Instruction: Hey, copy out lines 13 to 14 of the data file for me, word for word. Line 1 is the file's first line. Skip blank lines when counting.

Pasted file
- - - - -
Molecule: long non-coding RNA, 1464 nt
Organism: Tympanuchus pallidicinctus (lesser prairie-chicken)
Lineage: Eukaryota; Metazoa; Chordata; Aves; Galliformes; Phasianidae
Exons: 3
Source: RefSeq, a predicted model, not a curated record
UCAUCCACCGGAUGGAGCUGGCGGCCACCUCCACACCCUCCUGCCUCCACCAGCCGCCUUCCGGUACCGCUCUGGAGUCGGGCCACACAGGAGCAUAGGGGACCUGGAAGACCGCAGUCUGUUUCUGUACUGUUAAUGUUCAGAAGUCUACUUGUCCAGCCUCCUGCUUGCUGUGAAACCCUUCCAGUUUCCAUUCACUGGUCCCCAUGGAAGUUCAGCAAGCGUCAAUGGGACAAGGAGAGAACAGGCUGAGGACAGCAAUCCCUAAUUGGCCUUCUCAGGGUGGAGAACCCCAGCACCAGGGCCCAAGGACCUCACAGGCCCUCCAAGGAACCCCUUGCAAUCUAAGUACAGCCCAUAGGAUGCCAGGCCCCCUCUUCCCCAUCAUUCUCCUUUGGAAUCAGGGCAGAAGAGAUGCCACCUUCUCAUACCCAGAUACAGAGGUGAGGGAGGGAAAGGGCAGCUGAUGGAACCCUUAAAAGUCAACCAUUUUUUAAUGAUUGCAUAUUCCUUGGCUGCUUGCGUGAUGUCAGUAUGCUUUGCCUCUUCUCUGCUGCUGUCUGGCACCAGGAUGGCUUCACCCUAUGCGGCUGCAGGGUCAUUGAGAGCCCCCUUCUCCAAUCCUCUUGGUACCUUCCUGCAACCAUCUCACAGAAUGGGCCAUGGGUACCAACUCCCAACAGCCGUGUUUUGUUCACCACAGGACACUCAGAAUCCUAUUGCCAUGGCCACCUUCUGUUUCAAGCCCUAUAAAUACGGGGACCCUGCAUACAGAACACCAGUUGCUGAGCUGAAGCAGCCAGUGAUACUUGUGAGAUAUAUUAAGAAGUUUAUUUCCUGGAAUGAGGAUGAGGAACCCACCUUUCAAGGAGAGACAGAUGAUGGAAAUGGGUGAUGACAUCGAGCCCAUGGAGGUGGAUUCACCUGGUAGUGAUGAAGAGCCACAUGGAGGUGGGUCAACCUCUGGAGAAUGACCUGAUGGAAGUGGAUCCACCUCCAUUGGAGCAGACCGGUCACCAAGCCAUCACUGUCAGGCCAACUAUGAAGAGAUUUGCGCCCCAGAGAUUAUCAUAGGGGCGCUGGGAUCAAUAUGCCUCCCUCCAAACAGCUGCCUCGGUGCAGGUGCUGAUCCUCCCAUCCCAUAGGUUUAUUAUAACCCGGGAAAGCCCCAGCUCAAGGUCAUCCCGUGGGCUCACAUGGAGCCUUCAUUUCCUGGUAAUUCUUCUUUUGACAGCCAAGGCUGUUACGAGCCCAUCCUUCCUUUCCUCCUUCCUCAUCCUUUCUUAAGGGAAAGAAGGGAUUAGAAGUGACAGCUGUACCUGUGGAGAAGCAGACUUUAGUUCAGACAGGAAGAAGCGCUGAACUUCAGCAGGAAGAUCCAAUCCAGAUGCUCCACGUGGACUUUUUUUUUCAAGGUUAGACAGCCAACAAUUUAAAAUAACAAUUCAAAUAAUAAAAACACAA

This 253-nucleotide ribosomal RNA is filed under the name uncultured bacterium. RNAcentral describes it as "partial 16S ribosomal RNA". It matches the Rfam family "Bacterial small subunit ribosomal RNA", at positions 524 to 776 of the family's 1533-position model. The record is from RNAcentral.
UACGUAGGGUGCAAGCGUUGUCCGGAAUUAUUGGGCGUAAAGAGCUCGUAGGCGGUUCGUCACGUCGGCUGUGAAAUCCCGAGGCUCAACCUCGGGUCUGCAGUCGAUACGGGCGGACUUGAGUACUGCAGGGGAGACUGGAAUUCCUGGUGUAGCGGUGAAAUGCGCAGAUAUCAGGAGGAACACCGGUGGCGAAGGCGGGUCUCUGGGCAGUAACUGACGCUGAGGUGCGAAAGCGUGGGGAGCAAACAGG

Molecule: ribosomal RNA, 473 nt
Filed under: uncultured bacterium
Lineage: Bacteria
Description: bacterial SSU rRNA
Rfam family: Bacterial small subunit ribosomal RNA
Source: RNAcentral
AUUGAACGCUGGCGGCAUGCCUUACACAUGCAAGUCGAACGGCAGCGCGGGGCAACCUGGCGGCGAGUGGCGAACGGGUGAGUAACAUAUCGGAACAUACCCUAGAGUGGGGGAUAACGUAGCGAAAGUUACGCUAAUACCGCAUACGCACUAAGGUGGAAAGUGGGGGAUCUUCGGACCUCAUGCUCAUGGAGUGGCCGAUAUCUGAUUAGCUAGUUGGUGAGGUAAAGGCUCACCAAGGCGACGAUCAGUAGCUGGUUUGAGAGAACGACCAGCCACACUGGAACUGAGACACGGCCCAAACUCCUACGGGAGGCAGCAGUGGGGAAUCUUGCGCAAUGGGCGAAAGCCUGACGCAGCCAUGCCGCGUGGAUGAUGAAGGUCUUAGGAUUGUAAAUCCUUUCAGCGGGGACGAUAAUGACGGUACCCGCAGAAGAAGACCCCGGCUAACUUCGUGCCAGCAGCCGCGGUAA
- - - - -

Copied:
Rfam family: Bacterial small subunit ribosomal RNA
Source: RNAcentral